The health and wellbeing of children is vital in a modern era where obesity levels are on the rise and a sedentary lifestyle is prevalent. In 2018-19, schools will receive £100 million pounds from the government to spend specifically on improving health and wellbeing and promoting a more active lifestyle. It was announced back in 2017 that the money is being made available via the Healthy Pupils Capital Fund, also known as The HPCF in the 2018-19 academic year.
“DfE Release Plans for the £100m Healthy Pupils Capital Fund (19/10/17)
The Department for Education has today released plans for the £100m Healthy Pupils Capital Fund (HPCF).”
What is the Healthy Pupils Capital Fund – The HPCF?
The HPCF is a one off grant that is being provided to schools with the express intention to improve children’s and young people’s physical and mental health. This is done by improving and increasing availability to facilities for physical activity, healthy eating, mental health and wellbeing.
Where is the money coming from?
The government announced a new tax on the Soft Drinks Industry back in 2017, which is a levy placed on soft drinks with excessively high sugar content. The government confirmed the levy of 18 pence per litre, and 24 pence per litre for the two sugar bands at 5g/100ml and 8g/100ml respectively. The levy was to be used as a strong lever to drive producers to change their drinks formulation to reduce the sugar content and hopefully have a positive impact on the UKs health. The levy came into force April 2018, and since then many companies have reformulated their drinks. It was expected to raise around £385m a year, and as a result the government promised a £100m windfall for schools to double the primary schools sports premium, deliver additional funding for school breakfast clubs, and be invested in a new Healthy Pupils Capital Fund. For Scotland, Wales and Northern Ireland, the Barnett formula will be applied to spending on these new initiatives in the normal way.
Where is the money going?
Schools! This direct allocation of money is in addition to schools normal School Condition Allocation (SCA), and will be paid alongside it through the same mechanisms. Schools are able to pool the funding with other organisations and even take advantage of match-funding opportunities where appropriate. The amount schools will receive is directly linked to a few factors including pupil numbers, location and how long since the setting has been refurbished. You can find further details on how the funding allocation arrived on the DfE site – Condition Funding Methodology for 2018-19 below.
What can it be spent on?
The money is not ring fenced, but it is being provided to allow for capital spending in hope to improve health and wellbeing. As a result of this, it can be spent on sports equipment for your schools such as basketball equipment, table tennis equipment or even large outdoor equipment.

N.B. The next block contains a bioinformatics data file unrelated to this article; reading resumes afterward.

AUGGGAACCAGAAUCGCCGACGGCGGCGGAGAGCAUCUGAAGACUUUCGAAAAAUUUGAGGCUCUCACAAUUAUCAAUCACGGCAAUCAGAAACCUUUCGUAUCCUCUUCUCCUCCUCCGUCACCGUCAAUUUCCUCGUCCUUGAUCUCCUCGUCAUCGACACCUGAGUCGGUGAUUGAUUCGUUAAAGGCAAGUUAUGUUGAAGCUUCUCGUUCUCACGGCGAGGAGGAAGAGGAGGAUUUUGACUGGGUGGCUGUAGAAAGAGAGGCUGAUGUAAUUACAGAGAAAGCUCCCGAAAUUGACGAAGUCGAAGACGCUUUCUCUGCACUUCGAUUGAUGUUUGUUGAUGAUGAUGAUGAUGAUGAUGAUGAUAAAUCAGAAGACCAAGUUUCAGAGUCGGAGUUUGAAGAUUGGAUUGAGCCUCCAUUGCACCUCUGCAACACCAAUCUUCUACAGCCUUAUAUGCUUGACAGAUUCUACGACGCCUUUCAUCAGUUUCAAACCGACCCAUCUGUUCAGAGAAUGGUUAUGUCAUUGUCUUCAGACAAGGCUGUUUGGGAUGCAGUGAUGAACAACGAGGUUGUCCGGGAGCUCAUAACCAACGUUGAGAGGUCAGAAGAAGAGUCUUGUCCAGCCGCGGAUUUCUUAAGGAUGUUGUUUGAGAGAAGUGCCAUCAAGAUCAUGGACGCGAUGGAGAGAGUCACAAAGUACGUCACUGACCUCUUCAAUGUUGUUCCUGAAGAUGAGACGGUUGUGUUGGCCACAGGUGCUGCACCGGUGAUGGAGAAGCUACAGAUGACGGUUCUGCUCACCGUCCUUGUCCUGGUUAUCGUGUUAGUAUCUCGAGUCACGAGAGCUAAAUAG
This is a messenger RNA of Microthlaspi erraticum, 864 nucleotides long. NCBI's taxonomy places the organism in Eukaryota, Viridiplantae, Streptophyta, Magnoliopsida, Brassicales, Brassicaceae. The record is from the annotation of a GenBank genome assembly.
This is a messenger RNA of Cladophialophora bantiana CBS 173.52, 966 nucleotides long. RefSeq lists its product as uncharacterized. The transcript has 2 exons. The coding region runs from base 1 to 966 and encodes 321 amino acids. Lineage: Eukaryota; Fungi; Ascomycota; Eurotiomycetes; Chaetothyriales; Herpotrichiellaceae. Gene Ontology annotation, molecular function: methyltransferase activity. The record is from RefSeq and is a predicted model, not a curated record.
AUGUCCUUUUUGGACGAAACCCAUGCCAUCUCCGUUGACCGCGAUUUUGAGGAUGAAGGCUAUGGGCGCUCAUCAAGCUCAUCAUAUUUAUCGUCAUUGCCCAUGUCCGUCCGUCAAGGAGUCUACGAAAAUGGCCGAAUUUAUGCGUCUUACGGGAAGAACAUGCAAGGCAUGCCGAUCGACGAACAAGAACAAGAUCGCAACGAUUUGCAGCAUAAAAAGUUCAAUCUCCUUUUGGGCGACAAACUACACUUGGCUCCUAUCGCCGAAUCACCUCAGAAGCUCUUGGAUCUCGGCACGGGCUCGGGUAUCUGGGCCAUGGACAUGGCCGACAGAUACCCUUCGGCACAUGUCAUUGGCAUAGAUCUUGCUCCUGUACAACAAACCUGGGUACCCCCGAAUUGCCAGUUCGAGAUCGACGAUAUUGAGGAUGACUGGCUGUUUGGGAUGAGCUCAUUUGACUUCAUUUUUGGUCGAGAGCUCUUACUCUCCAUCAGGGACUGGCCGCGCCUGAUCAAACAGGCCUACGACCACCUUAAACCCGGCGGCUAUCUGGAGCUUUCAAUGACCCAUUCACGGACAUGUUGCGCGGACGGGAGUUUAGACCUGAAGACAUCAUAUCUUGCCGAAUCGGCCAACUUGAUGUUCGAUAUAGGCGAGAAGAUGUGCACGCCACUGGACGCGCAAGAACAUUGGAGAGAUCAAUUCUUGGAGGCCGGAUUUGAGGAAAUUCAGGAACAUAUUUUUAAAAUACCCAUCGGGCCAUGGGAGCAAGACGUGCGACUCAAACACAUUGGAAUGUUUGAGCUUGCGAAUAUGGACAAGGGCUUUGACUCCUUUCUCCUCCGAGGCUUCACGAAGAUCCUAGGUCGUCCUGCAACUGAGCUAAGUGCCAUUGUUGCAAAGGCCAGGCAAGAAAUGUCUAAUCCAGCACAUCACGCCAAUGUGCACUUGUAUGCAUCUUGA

If you need some inspiration on what you could be purchasing for your school, have a look at some of our products in our sports section
www.consortiumeducation.com/education/sports-and-games or feel free to speak to one of our account management team members today to discuss possibilities. If you are looking for something larger and want to make a real impact on your school grounds, have a look at what our partners, SportSafe can do for you: www.sportsafeuk.com/
What is it not for?
There are lots of things that it is not intended for, but ultimately if it is not a capital item that will positively impact health and wellbeing of your pupils, then it shouldn’t really be a consideration.
Support for the initiative
The move has received lots of support from across a range of organisations. Simon Stevens, Chief Executive of NHS England said “This bold and welcome action will send a powerful signal and incentivise soft drinks companies to act on the health consequences of their products.”
Dame Sally Davies, Chief Medical Officer for England said “The new Soft Drink Industry Levy is great news for the health of our children and builds on the latest evidence.”
Sarah Wollaston, Chair of the Health Select Committee said “I was delighted to hear there will now be some action on taxing sugary drinks companies in a way which encourages the companies to reduce the level of sugar in their drinks and which provides a boost to children’s sports and school funding.”
For further information to help you achieve the most from your PE and Games activities, visit our Sports Hub here: www.consortiumeducation.com/sportshub
Sugar tax revenue helps tackle childhood obesity